While they are all qualified teachers and some may be taking or have graduated from upskilling courses, the 20% of students in their second-year classes is significantly higher than average.
A report from the Educational Research Centre at Dublin City University said that, internationally, the average proportion of second-level students taught maths by someone whose main area of study was something other than maths was 13%.
“While teachers will have met the Teaching Council’s requirement for recognition, it is likely that those who had not studied maths or maths education as a major part of their third-level education would not meet the Council’s requirements for teaching maths,” said Rachel Perkins, one of the report’s authors.
She and her colleagues at the ERC analysed data from the 2015 Trends in International Mathematics and Science Study (TIMMS), whose results in 2016 showed Irish students in performing relatively high in both subjects. Second-year students’ average scores in maths were significantly beaten by counterparts in just six out of 39 countries, and only seven countries significantly outperformed Irish students in science.
The Teaching Council’s sets the minimum requirement for teaching maths as second-level as having it as at least one third of their third-level degree.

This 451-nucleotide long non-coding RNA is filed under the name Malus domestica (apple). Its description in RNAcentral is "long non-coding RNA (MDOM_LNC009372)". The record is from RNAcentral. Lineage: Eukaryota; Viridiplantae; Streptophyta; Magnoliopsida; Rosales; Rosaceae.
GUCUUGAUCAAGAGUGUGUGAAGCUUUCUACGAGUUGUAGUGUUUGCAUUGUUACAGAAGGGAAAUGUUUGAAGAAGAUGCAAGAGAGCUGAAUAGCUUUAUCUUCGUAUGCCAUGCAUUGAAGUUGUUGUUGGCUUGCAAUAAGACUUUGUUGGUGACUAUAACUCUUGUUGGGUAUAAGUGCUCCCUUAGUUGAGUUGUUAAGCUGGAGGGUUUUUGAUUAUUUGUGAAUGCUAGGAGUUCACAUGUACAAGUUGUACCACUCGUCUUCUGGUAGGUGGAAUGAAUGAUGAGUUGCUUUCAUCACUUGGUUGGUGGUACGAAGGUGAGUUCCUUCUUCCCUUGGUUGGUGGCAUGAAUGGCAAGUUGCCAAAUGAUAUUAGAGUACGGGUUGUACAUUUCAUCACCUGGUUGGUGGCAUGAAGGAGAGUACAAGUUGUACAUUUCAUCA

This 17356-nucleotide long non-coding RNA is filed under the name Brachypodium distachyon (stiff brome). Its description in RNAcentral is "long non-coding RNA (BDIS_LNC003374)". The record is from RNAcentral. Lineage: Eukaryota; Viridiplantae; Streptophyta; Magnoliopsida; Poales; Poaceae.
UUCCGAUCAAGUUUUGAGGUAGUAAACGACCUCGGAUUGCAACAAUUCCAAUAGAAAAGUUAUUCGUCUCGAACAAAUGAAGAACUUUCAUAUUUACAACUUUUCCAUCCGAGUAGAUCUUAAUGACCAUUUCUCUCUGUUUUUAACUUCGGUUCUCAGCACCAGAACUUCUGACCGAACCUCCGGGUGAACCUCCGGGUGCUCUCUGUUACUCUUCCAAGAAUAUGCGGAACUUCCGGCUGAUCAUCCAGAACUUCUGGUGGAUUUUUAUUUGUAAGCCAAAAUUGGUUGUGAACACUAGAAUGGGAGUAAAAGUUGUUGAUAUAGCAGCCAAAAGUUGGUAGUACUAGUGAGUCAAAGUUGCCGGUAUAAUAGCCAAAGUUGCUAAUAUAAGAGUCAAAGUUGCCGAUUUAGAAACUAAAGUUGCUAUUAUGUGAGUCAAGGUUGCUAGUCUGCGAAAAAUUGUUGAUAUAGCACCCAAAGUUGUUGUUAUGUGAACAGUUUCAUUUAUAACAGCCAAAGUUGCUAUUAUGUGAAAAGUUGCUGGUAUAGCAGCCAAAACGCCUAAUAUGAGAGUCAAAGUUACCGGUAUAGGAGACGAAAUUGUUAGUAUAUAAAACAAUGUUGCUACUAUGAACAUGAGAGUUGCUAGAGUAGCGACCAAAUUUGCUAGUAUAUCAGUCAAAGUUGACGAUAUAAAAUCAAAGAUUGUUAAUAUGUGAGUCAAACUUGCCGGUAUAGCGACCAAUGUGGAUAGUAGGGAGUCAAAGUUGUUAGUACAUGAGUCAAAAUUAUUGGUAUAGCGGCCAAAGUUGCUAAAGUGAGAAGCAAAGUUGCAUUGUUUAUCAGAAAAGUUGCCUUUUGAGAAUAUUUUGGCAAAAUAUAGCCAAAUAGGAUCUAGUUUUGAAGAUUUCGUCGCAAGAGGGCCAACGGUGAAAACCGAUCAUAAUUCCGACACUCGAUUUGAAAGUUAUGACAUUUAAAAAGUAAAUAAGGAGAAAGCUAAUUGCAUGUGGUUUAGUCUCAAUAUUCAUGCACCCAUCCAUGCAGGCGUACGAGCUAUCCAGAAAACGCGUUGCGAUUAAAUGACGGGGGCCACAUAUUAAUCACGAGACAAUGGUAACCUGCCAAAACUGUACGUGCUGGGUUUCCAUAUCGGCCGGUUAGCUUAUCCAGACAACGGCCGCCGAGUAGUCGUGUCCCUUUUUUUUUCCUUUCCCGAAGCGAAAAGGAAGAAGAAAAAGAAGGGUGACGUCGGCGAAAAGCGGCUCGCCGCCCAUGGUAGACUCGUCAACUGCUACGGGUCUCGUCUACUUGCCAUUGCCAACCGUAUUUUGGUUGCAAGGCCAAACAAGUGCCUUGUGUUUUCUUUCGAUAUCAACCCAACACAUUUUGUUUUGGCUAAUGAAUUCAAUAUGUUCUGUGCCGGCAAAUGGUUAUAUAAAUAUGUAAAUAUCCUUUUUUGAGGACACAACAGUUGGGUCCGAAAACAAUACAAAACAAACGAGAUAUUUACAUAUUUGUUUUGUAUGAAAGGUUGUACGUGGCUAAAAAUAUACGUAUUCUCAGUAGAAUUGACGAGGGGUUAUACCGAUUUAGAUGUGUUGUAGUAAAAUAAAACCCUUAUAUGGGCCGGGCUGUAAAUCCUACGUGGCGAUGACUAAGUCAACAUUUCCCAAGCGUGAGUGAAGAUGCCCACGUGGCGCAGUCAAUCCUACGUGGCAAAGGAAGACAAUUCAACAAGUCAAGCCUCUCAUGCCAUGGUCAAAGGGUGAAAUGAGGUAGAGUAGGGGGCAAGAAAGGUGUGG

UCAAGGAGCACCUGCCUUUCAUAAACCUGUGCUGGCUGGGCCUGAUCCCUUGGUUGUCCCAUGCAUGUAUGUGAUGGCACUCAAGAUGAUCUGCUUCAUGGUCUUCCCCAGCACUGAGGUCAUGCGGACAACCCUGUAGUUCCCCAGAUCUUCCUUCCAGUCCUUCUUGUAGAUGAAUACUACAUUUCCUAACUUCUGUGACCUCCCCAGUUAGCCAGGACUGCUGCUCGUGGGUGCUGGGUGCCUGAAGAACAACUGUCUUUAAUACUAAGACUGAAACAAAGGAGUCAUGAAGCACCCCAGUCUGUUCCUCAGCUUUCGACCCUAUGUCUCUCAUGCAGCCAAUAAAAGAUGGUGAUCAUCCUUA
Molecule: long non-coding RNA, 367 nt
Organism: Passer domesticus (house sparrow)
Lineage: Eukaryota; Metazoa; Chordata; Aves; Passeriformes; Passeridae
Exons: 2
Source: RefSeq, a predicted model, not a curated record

The issue of so-called out-of-field teaching in maths and its impact on students was highlighted in several pieces of research a decade ago as a new maths curriculum was being introduced in second-level schools. Between 2012 and 2016, 550 teachers qualified with a professional diploma in maths teaching, after completing a course destined to address the high numbers who were not fully qualified to teach the subject.
Despite the relatively high numbers being taught maths by someone who did not have it as a major college subject, more than 30% of Irish students are taught both maths and science by teachers with at least a master’s-level qualification. The international average was 25% across countries in the TIMMS 2015 study.
The latest analysis by Ms Perkins, Emma Chubb and Aidan Clerkin also highlights that strong average scores were achieved despite relatively low teaching time for the two subjects.
The 90 hours of annual science teaching received while students are in second year was the lowest, being less than two thirds the average 144 hours annually in all countries.
The international average teaching time for second-year students in maths was 138 hours, but it was just 109 in Ireland.